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The Daily Wildcat

The Daily Wildcat

 

Romney tries to trump Gringrich’s supporters

ORLANDO, Fla. — Looks can be deceiving in Florida’s feisty Republican presidential primary.

Mitt Romney has been drawing small crowds all week. The insurgent Newt Gingrich has hosted big, boisterous rallies. Yet the former Massachusetts governor has pulled far ahead of the former House speaker in statewide polls.

The preference for campaign venues makes sense to analysts — and the campaigns.

“Romney has a good organization and he’s building off of it,” said Peter Brown, the Orlando-based assistant director of the Quinnipiac University Polling Institute. “Gingrich is the outsider candidate and he’s challenging the establishment.”

Romney — who has had a campaign presence in Florida for months and a money advantage that has him blistering away at Gingrich in TV ads — can host small, even intimate gatherings, confident that those there either have been invited or are diehard supporters who will spread the word to friends and neighbors.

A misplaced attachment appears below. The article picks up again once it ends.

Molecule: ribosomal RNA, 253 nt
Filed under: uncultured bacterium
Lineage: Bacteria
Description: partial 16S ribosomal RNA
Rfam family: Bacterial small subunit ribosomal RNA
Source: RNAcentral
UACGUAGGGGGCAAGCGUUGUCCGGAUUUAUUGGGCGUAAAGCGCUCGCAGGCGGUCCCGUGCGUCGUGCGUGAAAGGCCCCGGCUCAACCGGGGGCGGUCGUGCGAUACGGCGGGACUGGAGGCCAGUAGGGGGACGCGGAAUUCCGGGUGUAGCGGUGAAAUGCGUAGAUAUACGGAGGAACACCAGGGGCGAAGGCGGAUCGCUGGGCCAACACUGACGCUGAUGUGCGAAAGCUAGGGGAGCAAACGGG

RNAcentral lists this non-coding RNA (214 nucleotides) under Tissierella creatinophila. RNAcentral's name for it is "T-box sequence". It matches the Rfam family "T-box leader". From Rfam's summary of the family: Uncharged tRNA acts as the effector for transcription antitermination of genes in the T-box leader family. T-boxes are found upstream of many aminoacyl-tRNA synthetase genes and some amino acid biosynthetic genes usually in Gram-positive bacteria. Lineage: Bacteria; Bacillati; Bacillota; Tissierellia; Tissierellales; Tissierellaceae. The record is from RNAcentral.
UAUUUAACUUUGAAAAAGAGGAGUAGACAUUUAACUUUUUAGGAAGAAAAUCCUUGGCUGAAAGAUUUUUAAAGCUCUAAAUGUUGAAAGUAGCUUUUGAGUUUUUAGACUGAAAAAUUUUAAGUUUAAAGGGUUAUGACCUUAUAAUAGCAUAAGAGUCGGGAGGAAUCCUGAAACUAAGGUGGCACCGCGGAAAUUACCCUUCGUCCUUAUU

Gingrich, on the other hand, lacking Romney’s disciplined organization, has to show energy and momentum to convince voters that there’s a bandwagon worth jumping on. It also plays off his strategy as positioning himself as the spirited outsider in the race. And Gingrich feeds off large crowds restless with the direction of the country: Witness his performance in the spirited South Carolina debate that gave him an edge heading into Florida.

Historically, strategies like Gingrich’s work only in smaller states — one reason he won the Jan. 21 South Carolina primary.

But in states like Florida, where an estimated 2 million people will cast ballots in Tuesday’s primary, organization matters. The Romney campaign was targeting Florida Republicans with mailers weeks ago when they began to get their absentee ballots, and thousands voted before the candidates crossed the state line.

Romney has opened up an 11 percentage point lead in the latest Miami Herald/El Nuevo Herald/Tampa Bay Times poll, taken Tuesday through Thursday. As his numbers have sunk, Gingrich’s rallies may have begun to reflect it. A Saturday gathering at an Orlando Hispanic community center drew 60 people — and left 420 empty seats.

But Gingrich drew more than 1,000 Sunday to the Villages at Lake Sumter Landing, a retirement complex in central Florida.

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